Evaluation: Boring but Necessary
By Mary Ann Wojton, Ph. D.
Evaluation is a boring but necessary element of an organization. Programming is more fun, I know, because I developed and implemented programs for 25 years before I graduated with my Ph.D.. As a program director, I didn’t always appreciate evaluation. It took me a while to realize that evaluation would help me understand if my programs were effective. Evaluation quantified my feeling that a program worked.
Evaluation can identify minor modifications that can increase impact and illustrate program impact. Funders want data; programs that prove their effectiveness are rewarded. Evaluation findings can also be used in marketing pieces and to boost staff morale. Who doesn’t want to attend a program, or work with a program, where a high percentage of participants are successful? Finally, sharing evaluation results with other like-minded individuals advances the field—we can learn a lot from each other.
There are several elements to successful evaluations. First, you need to identify who you are working with and what you are trying to accomplish. After we know what we want to measure, we develop a plan to collect the data. In addition to looking at the outputs (numbers of activities, number of individuals served, resources generated, etc.), we look at the outcomes, the knowledge, skills, and attitudes the project would like to change.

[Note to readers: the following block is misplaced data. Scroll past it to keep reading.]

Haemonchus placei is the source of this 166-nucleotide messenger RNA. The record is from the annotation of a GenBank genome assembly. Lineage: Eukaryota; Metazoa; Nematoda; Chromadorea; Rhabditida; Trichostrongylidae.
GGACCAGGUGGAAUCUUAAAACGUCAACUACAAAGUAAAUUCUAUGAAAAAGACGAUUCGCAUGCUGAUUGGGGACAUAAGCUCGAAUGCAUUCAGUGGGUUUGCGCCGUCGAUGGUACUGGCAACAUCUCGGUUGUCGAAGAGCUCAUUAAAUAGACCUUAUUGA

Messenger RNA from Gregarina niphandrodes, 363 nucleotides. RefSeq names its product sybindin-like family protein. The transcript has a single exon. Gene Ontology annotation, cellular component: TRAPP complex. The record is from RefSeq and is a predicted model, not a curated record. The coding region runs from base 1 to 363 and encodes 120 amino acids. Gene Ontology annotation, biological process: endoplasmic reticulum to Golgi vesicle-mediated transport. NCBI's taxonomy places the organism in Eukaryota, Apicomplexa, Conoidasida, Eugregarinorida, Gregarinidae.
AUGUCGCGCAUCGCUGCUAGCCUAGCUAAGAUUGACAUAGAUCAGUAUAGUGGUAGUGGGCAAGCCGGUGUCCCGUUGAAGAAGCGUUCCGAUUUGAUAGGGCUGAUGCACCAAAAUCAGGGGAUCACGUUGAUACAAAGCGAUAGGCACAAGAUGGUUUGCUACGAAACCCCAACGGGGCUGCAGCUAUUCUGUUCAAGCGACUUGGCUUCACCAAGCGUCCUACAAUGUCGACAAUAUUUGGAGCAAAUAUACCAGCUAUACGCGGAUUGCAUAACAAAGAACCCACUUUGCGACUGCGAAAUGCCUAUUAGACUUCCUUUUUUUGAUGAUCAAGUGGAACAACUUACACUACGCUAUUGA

ECS uses valid, reliable, and usable instruments to measure outcomes. A valid instrument measures what it is supposed to measure. A reliable instrument gives the same results every time, which is especially important when working with diverse populations. And a usable instrument is easy to use. If it’s a questionnaire, it is written in the language of those who will be asked to complete it at an appropriate reading level. Finally, we ensure the data collected is necessary to measure success; deleting unnecessary questions so participants don’t waste time providing information that won’t be used.
The ECS team has a lot of experience in the field, and while no instrument is perfect, we have gotten close by adapting instruments that have proven validity, reliability and usability. Building upon our experience, ECS staff comb the research to find valid, reliable, and usable questions that measure our client’s outcomes, crediting those who developed them. We typically use questions developed by the Substance Abuse and Mental Health Services Administration (SAMSHA) for the core measures (i.e., 30-day use, perception of risk, etc.); additional risk questions may come from the Centers for Disease Control and Prevention’s (CDC) Youth Risk Behavior Surveillance System (YRBSS). Questions regarding positive youth development typically come from research led by the Search Institute, 4-H, and other youth-serving organizations.
We realize that while a smart person does not necessarily know everything, they have a good idea of where to find the information needed to get started. Between our experience and knowledge, ECS constructs evaluation protocols that support our partners as they think beyond tomorrow to build the future they desire.